money well spent: vacation expenses for our trip to FL in September, for which we used our tax return. and on a more regular basis, meals out on the weekends, when we get out of the house with the babies and let them experience restaurants and new foods.

    free and fabulous: some clothes and birthday presents that we bought for the babies with the money we got from returning the bottles with BPA in them to Babies r us! we got over $80!! also, as the kids are getting older, i am becoming braver in taking them out alone. i now take them to the library and out for walks alone and it is not so scary anymore! πŸ™‚

  7. as you know, we’re still paying off (sperm and adoption)debt, so we tend to shift the credit cards to the 0% balance offers that come in our mailboxes every so often.

    I spent all of this time making the “grocery book,” that I now no longer need it, because in my head, I can tell you if my beloved fat free half and half is cheaper at store x or z, depending on the day of the week.

    The grocery game is a good investment – as is the book: “The tightwad gazette,” or better yet, if we make it down there in two weeks, I’ll bring along our copy for you to borrow!

    VALUABLE expenses – every so often, you NEED a night out – just you and Cait. NO Natalie. SO the sitter, and dinner, movie expense is SO worth it!

    For us? Cable – Elmo on demand has saved our sorry asses MANY MANY times – but we get a bulk discount for our building, so cable, and internet is LESS than 90 bucks a month.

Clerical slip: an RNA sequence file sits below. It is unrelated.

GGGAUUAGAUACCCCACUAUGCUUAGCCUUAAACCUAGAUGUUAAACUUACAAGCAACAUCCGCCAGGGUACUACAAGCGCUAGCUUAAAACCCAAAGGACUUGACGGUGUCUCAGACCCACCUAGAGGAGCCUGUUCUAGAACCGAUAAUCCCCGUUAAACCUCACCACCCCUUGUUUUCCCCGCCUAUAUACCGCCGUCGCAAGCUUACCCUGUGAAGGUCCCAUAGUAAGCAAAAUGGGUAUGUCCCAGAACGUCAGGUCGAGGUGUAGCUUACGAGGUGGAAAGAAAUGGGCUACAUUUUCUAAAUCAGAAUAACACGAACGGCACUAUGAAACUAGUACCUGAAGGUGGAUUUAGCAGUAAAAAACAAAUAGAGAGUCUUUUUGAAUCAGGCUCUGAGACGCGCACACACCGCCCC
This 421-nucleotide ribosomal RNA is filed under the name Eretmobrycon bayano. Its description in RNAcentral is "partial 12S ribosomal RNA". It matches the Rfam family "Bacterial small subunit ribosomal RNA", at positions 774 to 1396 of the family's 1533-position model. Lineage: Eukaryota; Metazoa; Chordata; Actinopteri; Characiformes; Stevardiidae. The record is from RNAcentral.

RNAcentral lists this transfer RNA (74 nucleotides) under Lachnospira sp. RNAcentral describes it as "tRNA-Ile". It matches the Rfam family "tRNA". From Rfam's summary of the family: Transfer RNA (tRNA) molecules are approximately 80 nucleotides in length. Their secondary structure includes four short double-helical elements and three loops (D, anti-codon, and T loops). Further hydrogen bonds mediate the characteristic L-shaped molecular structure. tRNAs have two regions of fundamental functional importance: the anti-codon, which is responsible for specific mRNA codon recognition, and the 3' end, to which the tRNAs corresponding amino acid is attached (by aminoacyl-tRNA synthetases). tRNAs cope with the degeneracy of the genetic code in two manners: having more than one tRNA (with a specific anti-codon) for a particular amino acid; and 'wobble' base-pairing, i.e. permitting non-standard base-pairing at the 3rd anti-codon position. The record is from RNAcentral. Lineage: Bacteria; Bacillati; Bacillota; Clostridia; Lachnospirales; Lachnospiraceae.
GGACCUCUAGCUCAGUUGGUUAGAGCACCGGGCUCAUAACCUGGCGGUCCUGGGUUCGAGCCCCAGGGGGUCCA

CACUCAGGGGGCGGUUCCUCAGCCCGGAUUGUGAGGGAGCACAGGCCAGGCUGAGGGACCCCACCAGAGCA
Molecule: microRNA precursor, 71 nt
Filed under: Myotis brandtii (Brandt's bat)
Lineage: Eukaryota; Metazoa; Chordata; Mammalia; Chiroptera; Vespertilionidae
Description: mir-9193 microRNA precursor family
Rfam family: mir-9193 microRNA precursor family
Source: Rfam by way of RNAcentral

I’m really great at being frugal, except for, you know, when the urge to spend 20 bucks hits me. THAT is the hard part, and what I have to work more on – “impulse restraint.”

    And Salvation Army shopping for sheets, and mens shirts that I can recycle as fabric are great, too.

  8. Shelli said:
    VALUABLE expenses – every so often, you NEED a night out – just you and Cait. NO Natalie. SO the sitter, and dinner, movie expense is SO worth it!

    And if you can’t swing the babysitter, our offer the other night was NOT contingent upon $. To be clear. πŸ™‚

  9. great thoughts!

    Money well-spent: a Children’s Museum Membership. Complimented by my mom getting us a Zoo membership. We always have two places locally to take her and whenever we travel we check out the zoo and local children’s and science museums for free.

    Free & fabulous: We remove H from daycare in the summer and cut her back while I am trying to finish defending. Also we get plants for our yard from her dad when he thins them out and we grow our own veggies all summer!

  10. Money – grr.. .This is a great discussion to have.

    Free & Fabulous is a walk on the board walk and a picnic …we did this for mother’s day at my request it was wonderful

    instead of ordering pizza out – I sometimes buy the frozen ones when they are on sale and then add a few toppings and into the oven. They taste nice and are cheap and easy. I know not the same but it works.

    Money well spent – my internet!

  11. Money well spent–subscription to XM radio and a cheap receiver for the car. I’m in the car about an hour each way (daycare drop off/pick up is part of that) and that Starbuck XM Cafe just makes my day. Great new alternative groovy tunes and not a commercial in sight.